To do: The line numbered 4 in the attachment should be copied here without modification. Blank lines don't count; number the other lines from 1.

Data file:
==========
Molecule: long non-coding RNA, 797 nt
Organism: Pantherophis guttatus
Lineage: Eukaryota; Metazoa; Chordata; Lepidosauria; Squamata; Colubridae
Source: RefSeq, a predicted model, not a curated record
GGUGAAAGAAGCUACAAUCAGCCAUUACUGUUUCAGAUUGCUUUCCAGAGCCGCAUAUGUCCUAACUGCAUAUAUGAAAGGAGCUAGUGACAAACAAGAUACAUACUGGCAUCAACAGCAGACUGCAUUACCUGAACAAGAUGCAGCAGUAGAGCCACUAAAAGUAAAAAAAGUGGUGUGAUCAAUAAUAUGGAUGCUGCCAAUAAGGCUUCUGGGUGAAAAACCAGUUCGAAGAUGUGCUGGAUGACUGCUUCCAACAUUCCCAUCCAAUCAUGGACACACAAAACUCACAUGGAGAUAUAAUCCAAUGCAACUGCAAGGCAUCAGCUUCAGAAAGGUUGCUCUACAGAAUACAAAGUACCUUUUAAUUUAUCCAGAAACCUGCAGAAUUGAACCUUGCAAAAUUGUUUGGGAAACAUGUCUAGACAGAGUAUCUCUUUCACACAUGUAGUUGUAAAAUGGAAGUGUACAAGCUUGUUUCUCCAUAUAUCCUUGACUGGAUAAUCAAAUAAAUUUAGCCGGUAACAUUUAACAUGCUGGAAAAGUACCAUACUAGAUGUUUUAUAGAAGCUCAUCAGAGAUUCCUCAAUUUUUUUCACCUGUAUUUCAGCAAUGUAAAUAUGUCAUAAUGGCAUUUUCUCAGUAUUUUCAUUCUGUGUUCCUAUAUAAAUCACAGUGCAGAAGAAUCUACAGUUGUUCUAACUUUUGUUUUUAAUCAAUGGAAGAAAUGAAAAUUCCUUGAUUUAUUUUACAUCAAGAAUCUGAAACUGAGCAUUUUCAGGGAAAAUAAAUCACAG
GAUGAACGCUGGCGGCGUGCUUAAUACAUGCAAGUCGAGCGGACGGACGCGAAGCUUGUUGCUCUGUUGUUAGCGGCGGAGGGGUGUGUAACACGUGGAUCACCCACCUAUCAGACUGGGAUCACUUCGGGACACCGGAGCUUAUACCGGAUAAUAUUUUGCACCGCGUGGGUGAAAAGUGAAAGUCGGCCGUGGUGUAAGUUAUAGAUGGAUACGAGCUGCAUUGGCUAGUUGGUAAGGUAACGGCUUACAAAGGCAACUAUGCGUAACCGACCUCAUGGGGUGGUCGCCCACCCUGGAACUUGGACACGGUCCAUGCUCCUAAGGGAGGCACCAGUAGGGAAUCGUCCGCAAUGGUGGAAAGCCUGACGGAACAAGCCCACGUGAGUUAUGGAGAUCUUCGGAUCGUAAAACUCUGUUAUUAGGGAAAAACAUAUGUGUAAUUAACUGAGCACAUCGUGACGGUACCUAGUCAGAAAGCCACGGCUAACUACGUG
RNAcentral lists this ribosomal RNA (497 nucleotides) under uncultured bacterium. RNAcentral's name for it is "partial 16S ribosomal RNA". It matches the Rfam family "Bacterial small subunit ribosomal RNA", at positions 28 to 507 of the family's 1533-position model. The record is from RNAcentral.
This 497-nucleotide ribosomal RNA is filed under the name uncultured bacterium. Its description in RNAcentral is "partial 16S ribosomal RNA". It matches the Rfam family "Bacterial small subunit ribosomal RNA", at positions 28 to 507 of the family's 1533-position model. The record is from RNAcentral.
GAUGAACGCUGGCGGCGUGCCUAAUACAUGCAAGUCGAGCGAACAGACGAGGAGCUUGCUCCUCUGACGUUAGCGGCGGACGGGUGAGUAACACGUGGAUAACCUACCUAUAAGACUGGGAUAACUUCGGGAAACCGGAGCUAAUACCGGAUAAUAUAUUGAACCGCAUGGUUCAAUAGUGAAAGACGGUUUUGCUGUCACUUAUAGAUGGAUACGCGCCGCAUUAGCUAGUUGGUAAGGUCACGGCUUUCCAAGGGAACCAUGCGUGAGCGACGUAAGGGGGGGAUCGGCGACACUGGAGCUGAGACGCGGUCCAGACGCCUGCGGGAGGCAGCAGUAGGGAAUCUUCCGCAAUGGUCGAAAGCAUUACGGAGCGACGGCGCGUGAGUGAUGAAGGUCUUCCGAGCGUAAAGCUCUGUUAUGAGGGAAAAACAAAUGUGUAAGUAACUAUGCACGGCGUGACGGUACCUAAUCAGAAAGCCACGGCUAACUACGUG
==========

Source: RefSeq, a predicted model, not a curated record